Avon, $6.99, ISBN 0-06-058408-4
Historical Romance, 2006
Karen Hawkins’s Her Master and Commander is the start of a two-book series involving brothers and Reeves, a fellow who could very well be the ancestor of Bruce Wayne’s butler, Alfred. Unfortunately, Ms Hawkins seems to have spent more time blindly following the Very Important Rules of Clichés without taking a step back to actually wonder whether the actual story makes sense.
The premise of the story is like this: our womanizing Earl of Rochester had sired many illegitimate kiddies but he had no legitimate offspring with his wife. Before he died, he set up a complicated and most probably historically inaccurate chain of motions to legitimize one of his illegitimate sons so that this son can inherit and therefore the properties that come with the title. This procedure involves all kinds of bribes given to relevant people and forged documents to give the impression that the Earl was legally married to the son’s mother. After the Earl passed on, our butler Reeves continues to look for a suitable son of the Earl to serve up to the late Earl’s board of trustees so that the man can be evaluated as a suitable heir to the title of the Earl of Rochester and all that comes with the title.
“Wait a minute,” you are probably asking at this moment, “the Earl took all that trouble and spent all that money to pretend that the man was his legitimate son… only to make that man face an evaluation? Why not just hand over the title to him right away?”
Well, I’ll let Ms Hawkins take this one since she is the author of this story. Personally, I’m wondering the same thing as well. But if the premise of this story actually makes sense, then there would be no story, Ms Hawkins will have to face her very irate editor, she may have her ears pulled for being a naughty lady, and the poor dear may have to end up writing for LoveSpell again. We won’t want that to happen to her now, do we?
The lucky man in question is our hero, Tristan Llevanth. He has a twin brother, Christian, but these two were separated when they were kids when the Earl ceased to send money to their barmaid mother and the mother got sent to prison for treason (don’t ask). Tristan ended up joining the Navy and graduated to piracy before he starred in a most romantic and tender scene where he held Admiral Nelson in his arms as the poor man died in Trafalgar while angels in the background wept and sang My Heart Will Go On. Today, he is a retired and mostly respectable man now living in a cottage by the sea in Dover, trying to whip his former crew mates into respectable folks when he’s not thinking of what a pest his neighbor, the widow Prudence Thistlewaithe, is because she keeps complaining about his sheep entering and wrecking havoc on her garden. Then comes Reeves with the news that Tristan is now the new Earl of Rochester, provided that he measures up to the expectations of the board of trustees. But no matter, Reeves is here to make sure that Tristan does just that. To do so, he ropes in Patience to teach Reeves the finer aspects of life like how to behave in genteel society. I’m sure you can see where this story is heading towards.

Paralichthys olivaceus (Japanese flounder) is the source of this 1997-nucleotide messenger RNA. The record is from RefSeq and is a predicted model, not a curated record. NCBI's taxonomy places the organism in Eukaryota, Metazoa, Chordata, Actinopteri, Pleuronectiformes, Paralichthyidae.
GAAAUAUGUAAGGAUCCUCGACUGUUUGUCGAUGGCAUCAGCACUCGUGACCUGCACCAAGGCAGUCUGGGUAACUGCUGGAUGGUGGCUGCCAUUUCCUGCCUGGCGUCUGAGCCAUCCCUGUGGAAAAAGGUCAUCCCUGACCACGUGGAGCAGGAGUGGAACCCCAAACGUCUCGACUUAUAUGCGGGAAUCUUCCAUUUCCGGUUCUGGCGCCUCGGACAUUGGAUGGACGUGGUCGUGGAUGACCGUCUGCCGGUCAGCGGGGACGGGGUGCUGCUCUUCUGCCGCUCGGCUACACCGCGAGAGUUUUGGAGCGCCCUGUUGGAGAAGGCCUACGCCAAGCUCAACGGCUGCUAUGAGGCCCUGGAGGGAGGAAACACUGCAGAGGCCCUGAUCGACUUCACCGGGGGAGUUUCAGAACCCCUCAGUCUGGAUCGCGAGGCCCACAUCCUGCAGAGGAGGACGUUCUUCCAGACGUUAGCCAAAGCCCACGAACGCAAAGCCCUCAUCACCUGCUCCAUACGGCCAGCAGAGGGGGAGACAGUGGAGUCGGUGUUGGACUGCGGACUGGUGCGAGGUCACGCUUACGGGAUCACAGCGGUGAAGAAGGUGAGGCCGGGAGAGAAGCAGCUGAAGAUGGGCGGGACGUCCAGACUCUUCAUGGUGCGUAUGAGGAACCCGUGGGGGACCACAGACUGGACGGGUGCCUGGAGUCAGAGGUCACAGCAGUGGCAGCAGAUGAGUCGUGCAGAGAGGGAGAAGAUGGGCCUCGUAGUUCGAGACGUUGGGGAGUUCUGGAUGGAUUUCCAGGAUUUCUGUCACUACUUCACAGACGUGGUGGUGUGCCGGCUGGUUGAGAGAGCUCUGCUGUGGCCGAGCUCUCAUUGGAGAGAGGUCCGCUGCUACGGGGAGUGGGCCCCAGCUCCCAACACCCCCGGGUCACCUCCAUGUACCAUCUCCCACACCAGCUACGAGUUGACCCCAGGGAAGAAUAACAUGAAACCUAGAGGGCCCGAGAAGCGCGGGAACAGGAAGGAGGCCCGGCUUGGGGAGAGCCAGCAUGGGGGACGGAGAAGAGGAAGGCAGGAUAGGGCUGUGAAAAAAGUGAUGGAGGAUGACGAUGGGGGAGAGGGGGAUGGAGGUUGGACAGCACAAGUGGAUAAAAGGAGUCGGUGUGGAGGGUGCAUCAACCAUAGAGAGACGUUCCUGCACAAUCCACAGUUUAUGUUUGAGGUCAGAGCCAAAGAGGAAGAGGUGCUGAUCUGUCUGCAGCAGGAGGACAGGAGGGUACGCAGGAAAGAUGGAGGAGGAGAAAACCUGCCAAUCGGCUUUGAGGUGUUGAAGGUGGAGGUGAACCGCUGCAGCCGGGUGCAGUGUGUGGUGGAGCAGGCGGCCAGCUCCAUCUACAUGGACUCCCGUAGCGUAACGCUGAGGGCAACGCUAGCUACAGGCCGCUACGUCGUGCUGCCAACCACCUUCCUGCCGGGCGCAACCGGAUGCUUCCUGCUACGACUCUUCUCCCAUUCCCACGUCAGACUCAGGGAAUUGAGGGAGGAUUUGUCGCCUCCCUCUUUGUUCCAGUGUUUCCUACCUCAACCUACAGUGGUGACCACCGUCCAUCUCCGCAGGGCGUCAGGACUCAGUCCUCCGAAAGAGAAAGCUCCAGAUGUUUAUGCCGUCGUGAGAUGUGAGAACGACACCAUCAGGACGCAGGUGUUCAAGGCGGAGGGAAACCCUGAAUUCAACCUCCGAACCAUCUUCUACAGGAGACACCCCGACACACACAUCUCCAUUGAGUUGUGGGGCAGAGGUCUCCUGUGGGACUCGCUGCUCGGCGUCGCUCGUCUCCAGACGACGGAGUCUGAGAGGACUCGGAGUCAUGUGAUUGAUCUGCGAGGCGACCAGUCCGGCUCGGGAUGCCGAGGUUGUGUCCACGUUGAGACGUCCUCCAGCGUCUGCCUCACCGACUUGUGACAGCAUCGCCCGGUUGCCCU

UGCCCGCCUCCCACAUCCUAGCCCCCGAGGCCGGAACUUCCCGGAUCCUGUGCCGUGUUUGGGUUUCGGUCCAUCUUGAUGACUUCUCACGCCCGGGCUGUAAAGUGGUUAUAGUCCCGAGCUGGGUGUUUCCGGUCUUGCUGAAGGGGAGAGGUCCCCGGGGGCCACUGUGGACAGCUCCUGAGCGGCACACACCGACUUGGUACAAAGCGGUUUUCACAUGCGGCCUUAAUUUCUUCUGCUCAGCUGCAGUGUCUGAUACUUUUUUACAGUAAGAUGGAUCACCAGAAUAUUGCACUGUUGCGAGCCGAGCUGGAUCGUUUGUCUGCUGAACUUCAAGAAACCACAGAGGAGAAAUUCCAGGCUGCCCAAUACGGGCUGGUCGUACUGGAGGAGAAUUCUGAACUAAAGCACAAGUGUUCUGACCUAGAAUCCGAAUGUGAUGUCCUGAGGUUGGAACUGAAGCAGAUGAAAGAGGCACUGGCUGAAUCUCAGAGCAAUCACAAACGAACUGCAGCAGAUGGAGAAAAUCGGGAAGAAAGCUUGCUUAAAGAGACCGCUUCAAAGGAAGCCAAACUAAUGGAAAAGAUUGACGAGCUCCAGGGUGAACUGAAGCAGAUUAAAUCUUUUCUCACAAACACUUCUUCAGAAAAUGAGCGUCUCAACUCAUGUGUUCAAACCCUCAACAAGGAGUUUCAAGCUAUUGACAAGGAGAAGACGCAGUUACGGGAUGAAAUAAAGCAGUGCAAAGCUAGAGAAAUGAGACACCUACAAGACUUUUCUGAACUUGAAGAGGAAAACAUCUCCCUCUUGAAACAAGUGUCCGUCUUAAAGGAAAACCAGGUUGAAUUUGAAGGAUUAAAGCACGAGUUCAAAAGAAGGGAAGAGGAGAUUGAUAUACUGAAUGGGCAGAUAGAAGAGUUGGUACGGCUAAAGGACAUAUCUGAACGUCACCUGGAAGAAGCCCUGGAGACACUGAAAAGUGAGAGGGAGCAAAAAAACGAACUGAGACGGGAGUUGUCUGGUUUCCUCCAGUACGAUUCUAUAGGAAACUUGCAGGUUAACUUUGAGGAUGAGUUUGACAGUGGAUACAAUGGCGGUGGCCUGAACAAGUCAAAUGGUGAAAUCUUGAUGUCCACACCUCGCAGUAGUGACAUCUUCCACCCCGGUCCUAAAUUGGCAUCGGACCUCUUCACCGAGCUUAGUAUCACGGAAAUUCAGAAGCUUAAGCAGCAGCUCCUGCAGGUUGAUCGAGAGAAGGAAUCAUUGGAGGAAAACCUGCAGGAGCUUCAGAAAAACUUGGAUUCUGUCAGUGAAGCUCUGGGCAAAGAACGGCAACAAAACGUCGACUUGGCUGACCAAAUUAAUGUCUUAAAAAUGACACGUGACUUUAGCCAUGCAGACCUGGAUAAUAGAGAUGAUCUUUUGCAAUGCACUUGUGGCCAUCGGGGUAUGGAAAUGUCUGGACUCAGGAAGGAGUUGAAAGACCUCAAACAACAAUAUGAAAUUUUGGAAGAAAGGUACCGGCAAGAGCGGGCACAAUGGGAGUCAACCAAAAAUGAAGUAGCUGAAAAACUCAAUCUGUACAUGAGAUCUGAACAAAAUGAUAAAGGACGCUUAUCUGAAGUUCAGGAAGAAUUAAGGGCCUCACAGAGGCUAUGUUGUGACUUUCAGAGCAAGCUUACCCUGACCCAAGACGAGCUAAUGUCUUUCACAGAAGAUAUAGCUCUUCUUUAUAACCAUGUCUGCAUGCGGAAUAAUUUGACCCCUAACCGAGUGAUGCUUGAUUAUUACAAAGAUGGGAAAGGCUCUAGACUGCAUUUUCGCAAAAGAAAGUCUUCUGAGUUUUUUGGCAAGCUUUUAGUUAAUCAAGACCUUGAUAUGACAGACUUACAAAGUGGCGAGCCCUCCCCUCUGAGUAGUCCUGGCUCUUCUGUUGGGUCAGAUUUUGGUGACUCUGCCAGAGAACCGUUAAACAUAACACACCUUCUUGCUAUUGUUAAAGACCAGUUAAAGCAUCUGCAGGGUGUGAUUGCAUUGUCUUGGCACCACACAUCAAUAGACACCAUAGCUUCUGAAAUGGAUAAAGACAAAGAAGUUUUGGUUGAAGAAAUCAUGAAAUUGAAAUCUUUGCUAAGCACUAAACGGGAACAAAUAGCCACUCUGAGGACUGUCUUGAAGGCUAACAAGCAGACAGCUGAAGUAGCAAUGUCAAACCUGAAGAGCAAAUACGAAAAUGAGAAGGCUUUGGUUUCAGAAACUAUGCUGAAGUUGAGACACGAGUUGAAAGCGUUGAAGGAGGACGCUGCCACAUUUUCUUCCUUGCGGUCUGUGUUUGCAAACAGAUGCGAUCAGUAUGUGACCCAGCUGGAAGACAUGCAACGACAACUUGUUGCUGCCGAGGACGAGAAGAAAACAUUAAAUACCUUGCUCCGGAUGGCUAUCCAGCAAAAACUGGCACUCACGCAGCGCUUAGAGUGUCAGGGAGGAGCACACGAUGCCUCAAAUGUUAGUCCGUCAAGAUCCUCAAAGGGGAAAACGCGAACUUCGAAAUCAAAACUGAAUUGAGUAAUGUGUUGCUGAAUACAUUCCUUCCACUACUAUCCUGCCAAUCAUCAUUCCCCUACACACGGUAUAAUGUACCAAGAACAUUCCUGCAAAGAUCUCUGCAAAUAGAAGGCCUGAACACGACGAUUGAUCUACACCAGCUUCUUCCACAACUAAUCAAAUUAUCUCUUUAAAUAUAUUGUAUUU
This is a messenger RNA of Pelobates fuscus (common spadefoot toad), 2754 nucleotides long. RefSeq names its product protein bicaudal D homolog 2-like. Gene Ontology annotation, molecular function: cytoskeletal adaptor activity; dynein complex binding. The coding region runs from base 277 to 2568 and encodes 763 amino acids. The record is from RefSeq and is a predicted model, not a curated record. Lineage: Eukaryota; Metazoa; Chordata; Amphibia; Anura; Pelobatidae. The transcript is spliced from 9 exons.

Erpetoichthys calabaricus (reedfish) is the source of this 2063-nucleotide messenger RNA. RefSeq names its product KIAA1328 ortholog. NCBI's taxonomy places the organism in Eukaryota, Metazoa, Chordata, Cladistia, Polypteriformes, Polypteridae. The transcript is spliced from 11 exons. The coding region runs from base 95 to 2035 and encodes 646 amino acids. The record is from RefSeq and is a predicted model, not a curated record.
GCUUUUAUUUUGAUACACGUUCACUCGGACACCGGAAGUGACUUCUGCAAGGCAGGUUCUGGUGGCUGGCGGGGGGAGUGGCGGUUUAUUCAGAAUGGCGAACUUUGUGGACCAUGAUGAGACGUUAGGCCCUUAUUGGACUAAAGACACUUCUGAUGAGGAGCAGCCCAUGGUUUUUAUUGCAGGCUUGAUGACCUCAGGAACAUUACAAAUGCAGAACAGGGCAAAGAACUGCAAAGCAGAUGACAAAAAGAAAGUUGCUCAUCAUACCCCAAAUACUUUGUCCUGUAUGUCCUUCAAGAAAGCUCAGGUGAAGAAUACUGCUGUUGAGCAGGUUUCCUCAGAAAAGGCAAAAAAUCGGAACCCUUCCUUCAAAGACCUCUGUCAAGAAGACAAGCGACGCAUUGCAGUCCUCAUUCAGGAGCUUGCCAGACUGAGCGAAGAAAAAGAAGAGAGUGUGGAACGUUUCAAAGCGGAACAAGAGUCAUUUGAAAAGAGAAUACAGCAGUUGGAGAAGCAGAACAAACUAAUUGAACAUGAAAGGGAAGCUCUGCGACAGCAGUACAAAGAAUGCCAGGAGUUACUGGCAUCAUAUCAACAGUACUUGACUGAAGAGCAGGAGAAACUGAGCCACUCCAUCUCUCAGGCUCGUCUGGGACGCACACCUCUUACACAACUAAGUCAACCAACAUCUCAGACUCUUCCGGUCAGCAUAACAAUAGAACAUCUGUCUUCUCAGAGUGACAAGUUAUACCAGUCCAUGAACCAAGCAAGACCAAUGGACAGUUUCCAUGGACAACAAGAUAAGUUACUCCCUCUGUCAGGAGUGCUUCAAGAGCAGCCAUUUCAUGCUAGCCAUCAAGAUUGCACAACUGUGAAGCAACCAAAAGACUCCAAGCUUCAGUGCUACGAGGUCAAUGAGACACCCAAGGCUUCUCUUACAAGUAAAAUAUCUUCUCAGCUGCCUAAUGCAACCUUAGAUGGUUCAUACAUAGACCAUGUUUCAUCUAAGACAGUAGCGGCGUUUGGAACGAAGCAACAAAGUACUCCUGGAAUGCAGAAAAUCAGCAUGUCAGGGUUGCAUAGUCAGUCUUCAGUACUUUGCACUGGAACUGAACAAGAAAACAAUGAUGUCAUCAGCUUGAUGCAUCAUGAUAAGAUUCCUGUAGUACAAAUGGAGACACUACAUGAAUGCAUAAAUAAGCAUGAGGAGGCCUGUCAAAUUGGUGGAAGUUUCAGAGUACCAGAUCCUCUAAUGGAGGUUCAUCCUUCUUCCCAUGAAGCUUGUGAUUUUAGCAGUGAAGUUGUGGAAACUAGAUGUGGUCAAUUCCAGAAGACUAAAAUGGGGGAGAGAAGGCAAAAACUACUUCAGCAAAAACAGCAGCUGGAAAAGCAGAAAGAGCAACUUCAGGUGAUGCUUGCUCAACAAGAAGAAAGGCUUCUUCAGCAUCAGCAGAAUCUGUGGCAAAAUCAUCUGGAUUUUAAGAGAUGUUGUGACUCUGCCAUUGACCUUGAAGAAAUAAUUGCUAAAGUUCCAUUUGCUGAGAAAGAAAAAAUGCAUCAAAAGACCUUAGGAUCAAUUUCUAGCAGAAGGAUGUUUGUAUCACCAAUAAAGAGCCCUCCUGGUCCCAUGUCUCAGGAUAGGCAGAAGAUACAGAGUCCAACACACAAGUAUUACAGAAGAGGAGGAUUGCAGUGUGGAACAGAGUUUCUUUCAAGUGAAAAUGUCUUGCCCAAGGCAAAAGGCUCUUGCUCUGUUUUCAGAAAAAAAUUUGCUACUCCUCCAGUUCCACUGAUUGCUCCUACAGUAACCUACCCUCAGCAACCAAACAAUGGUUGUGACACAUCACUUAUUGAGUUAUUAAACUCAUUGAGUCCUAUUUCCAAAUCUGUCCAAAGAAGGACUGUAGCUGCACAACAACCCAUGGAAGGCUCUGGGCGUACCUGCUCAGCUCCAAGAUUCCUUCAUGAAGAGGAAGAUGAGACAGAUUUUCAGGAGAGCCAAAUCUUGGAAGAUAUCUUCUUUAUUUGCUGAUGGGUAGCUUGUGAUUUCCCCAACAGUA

This is a hard book to enjoy when the most interesting aspects of Her Master and Commander are the colorful secondary characters such as Reeves and the man Tristan is training very hard to be a butler, Stevens, who eventually steal the show from Tristan and Patience. Apart from the humor, nearly everything about this story feels forced.
Tristan is a predictable hero. Of course he rejects the legacy of his father because of what he has done to Tristan’s family, but just as predictably he decides that he needs the money for the sake of his old crew mates. Of course. Likewise, Patience, being a widow, is pretty much just like I expect a typical widowed romance heroine to be. Their relationship has a haphazard feel to it – one moment they will be bickering, then they will be throwing themselves to each other the next. The subplots aren’t very interesting either. Tristan’s search for Christian leads only to an advertisement for the upcoming book that will feature Christian as the romantic lead. The internal conflicts are too obvious as plot devices thrown in just for conflict, especially towards the end when Tristan pulls off a stunt that, while succeeding in creating one more conflict before the story ends, pretty much undermines everything Reeves and Patience have tried to do for him.
Her Master and Commander seems to be a book that actually goes out of its way to be as predictable and unexciting as possible. I don’t know what Ms Hawkins is trying to do here – write books for patients recovering from cardiac arrests to read without fearing that they may encounter any undue excitement in those books? Maybe this series would be more interesting if it’s, say, some Georgian whodunit featuring Reeves the Intrepid Gay Brainy Butler and his boyfriend and aspiring butler, Stevens. Heck, even the Amazing Adventures of Reeves and Stevens, Professional Georgian Rat Exterminators, would be more interesting than the forced romance story of our very familiar and stereotypical hero and heroine.